In case you were curious, here’s my personal ranking as of right this second. I got my way a few times, and I didn’t even have to rig anything. Woohoo!

  1. Russia
  2. Armenia
  3. The Netherlands
  4. Ukraine
  5. Macedonia  
  6. Poland 
  7. Bulgaria
  8. Cyprus
  9. Albania
  10. Israel
  11. Italy
  12. Georgia
  13. Belarus
  14. Australia
  15. Serbia
  16. Ireland
  17. Malta

How does yours compare, and what do you think of the EBJJJ’s collective Top 17? Let us know in the comments below.

 

Bets on (but not literally): Predicting the winner, loser and all of the results in-between

I say ‘not literally’ because I’ve never been confident enough in my predicting powers to gamble any of my savings on them. Removing money from the equation takes some of the pressure off, but I’ve got to say – I thought the absence of televoting would make trying to foresee the results easier, but it really makes it harder!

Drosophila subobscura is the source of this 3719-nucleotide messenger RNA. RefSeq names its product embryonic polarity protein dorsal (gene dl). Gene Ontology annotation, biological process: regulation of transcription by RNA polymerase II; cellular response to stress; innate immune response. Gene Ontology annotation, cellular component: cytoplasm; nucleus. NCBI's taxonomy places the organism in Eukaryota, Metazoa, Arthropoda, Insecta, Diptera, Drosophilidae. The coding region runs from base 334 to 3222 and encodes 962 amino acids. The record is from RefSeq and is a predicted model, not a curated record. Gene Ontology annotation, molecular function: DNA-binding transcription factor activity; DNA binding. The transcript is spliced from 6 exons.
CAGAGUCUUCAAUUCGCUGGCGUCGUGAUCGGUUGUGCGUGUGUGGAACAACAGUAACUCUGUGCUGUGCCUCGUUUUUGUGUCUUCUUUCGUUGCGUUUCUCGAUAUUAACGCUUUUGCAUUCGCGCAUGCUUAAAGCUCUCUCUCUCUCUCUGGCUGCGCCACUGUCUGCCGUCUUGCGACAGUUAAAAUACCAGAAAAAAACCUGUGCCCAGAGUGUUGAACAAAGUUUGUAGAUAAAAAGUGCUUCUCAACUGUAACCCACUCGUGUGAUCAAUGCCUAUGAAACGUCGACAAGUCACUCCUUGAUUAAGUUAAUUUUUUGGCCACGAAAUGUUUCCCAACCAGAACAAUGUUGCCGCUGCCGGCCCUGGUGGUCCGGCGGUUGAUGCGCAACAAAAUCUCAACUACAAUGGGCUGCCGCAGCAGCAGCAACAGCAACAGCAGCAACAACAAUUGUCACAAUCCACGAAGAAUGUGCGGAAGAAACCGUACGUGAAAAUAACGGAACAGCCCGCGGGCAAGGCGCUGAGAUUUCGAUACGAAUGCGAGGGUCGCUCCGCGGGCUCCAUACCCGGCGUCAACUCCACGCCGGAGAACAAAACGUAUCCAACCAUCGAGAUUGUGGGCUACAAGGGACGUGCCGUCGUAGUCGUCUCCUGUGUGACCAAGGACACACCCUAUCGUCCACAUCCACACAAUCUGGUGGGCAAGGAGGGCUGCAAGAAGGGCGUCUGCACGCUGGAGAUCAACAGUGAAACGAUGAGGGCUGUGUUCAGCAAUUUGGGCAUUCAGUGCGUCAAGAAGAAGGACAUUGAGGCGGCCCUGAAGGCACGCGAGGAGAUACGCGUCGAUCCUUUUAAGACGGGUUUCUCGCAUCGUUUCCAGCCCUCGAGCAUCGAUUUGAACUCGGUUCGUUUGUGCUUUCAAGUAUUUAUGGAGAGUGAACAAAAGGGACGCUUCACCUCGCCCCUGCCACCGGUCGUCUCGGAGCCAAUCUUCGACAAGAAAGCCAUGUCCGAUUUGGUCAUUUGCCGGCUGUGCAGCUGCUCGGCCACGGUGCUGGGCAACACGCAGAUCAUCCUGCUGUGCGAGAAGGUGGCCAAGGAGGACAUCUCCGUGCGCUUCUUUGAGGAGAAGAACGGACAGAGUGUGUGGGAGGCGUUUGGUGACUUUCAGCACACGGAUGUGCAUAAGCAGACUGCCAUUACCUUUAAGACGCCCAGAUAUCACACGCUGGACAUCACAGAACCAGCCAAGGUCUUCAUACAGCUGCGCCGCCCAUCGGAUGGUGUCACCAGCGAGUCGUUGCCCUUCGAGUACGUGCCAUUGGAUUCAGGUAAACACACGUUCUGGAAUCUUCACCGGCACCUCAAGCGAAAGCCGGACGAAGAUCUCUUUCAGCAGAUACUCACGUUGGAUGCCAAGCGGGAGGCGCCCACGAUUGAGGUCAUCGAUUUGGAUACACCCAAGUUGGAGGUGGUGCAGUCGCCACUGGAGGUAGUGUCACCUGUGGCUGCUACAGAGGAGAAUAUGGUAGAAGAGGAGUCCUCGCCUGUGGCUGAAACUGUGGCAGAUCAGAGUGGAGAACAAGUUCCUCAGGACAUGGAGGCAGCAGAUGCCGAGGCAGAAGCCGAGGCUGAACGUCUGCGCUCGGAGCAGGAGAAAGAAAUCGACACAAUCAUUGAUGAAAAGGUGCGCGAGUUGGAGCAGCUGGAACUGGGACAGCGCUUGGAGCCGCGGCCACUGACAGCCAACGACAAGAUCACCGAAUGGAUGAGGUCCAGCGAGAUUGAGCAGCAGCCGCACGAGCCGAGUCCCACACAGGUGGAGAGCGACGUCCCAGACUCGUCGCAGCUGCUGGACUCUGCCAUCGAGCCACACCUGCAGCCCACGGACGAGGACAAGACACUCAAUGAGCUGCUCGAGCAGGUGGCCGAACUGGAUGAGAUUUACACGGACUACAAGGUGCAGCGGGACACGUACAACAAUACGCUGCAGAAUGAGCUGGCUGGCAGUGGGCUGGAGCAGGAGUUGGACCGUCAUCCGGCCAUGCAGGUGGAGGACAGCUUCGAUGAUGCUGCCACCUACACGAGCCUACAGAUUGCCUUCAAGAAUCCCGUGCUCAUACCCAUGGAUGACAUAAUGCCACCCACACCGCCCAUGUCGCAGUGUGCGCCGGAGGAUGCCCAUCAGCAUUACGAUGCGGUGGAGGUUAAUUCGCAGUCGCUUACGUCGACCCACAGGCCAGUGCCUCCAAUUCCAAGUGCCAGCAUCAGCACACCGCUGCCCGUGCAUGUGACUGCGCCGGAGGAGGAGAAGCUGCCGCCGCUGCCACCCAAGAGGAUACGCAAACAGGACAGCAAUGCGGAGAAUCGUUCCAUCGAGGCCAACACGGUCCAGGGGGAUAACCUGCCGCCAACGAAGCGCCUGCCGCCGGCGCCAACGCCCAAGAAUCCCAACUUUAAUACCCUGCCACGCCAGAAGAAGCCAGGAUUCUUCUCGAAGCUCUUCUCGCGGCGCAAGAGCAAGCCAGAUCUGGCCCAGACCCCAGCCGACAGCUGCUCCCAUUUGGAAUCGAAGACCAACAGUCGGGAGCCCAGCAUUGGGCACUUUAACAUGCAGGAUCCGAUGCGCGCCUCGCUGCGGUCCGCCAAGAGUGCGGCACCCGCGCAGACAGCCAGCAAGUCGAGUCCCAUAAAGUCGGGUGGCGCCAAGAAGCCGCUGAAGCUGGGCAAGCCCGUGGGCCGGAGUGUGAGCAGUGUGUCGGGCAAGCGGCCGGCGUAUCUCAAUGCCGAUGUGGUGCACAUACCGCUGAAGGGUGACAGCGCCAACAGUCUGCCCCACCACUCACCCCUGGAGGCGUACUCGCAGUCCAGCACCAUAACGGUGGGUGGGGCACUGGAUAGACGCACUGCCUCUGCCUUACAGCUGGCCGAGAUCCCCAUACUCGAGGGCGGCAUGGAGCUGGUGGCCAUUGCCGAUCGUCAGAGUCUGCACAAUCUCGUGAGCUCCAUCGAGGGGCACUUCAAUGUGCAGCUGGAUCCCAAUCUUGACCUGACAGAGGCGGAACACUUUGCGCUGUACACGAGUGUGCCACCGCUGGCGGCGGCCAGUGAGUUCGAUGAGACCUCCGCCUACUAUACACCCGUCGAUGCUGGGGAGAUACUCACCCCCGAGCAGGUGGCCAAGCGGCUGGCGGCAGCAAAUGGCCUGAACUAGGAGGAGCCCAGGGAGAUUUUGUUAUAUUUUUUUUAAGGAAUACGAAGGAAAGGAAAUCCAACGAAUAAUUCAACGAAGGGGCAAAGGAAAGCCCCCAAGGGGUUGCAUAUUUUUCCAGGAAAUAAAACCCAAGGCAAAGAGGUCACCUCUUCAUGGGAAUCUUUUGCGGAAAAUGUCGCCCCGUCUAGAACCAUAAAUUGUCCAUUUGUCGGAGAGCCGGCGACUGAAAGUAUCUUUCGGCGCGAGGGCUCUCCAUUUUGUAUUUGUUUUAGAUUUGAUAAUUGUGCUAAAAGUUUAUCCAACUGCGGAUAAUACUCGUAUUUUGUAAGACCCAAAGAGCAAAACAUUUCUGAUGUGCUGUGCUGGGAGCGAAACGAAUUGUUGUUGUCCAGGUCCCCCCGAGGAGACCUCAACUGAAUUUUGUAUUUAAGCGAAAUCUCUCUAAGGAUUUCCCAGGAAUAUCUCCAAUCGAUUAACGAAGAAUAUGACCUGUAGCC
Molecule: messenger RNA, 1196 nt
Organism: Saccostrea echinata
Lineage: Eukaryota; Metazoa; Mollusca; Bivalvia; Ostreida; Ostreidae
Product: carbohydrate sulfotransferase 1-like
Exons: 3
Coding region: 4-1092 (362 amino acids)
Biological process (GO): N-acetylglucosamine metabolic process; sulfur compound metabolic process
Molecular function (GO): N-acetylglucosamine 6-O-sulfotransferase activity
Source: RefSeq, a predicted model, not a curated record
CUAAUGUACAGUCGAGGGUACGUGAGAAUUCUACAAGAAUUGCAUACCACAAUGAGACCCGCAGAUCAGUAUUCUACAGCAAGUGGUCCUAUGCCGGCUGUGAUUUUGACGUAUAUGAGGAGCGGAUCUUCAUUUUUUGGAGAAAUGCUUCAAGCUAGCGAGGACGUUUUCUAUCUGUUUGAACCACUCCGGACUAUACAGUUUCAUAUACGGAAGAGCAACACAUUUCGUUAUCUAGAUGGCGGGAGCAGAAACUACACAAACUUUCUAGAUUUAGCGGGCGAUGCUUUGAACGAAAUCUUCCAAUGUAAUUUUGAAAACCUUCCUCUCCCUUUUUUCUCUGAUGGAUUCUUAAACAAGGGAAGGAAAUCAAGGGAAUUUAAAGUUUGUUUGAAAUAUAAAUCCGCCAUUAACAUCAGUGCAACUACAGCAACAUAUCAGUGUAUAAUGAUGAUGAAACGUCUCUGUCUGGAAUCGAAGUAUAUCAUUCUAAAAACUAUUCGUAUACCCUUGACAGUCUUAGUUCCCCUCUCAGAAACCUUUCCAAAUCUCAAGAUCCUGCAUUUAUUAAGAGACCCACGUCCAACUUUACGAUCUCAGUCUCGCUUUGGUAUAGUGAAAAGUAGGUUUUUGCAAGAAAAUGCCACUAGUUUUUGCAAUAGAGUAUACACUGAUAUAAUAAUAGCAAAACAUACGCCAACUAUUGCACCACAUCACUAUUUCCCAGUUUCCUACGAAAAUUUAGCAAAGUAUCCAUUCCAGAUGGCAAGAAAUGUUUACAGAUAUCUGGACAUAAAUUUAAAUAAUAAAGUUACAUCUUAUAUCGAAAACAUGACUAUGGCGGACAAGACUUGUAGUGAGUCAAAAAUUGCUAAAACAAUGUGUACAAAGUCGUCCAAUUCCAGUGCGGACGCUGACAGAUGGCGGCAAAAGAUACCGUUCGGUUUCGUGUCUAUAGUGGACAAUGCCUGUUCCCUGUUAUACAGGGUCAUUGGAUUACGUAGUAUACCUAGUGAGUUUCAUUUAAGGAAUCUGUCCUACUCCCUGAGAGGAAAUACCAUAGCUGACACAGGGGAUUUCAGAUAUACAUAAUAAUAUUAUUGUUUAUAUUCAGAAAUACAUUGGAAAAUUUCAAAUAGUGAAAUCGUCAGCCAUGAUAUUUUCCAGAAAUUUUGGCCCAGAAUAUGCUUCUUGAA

The outcome of JESC has never been decided by 100% jury voting before, so it’s impossible to say with certainty (unless you’re psychic) what will happen in a few hours’ time, and what happened as a result of yesterday’s jury final. Who knows how each jury will react/reacted to each performance? Not me, that’s for sure. But when it comes to the following questions, I have made the effort to come up with some answers…